Julia Ideson Library
This ornate Spanish Renaissance Revival-style structure opened in 1926 as the city’s central library, and is listed in the National Register of Historic Places. Like any historic building worth its marble, this one has a ghost. The building also has Houston’s largest installation of public murals from the Depression-era Works Progress Administration and its extensive archives include 4 million photographs of historic events and everyday life in Houston.
Although no longer our central library, the Julia Ideson Library remains a rich literary and historic resource center with plenty of special programs open to the public. Now, about that ghost—rumored to be one Julius Frank Cramer, who was a music-loving janitor/security guard/gardener for the library, who was so attached to the place that the building’s side street entrance is even listed as his address on his death certificate. Sheet music is occasionally found scattered around the library, Strauss waltzes on violin sometimes echo through the halls from nowhere, and at times there are sounds of the nails of Mr. Cramer’s faithful German Shepherd clicking around.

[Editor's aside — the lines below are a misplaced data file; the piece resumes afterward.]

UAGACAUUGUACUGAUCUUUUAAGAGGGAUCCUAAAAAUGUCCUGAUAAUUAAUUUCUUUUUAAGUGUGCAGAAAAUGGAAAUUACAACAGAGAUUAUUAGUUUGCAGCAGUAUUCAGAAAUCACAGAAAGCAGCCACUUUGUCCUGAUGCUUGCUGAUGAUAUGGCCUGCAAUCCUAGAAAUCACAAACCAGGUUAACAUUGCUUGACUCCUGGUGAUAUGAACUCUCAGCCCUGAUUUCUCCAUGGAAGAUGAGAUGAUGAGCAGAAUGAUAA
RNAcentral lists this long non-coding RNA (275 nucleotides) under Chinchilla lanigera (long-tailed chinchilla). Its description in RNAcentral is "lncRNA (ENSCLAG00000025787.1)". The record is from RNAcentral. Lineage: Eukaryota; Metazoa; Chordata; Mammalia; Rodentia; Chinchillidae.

Also on hand: a 1615 edition of Don Quixote, a 15th-century illuminated Book of Hours from Flanders and more than 300 rare maps of Houston dating from 1561.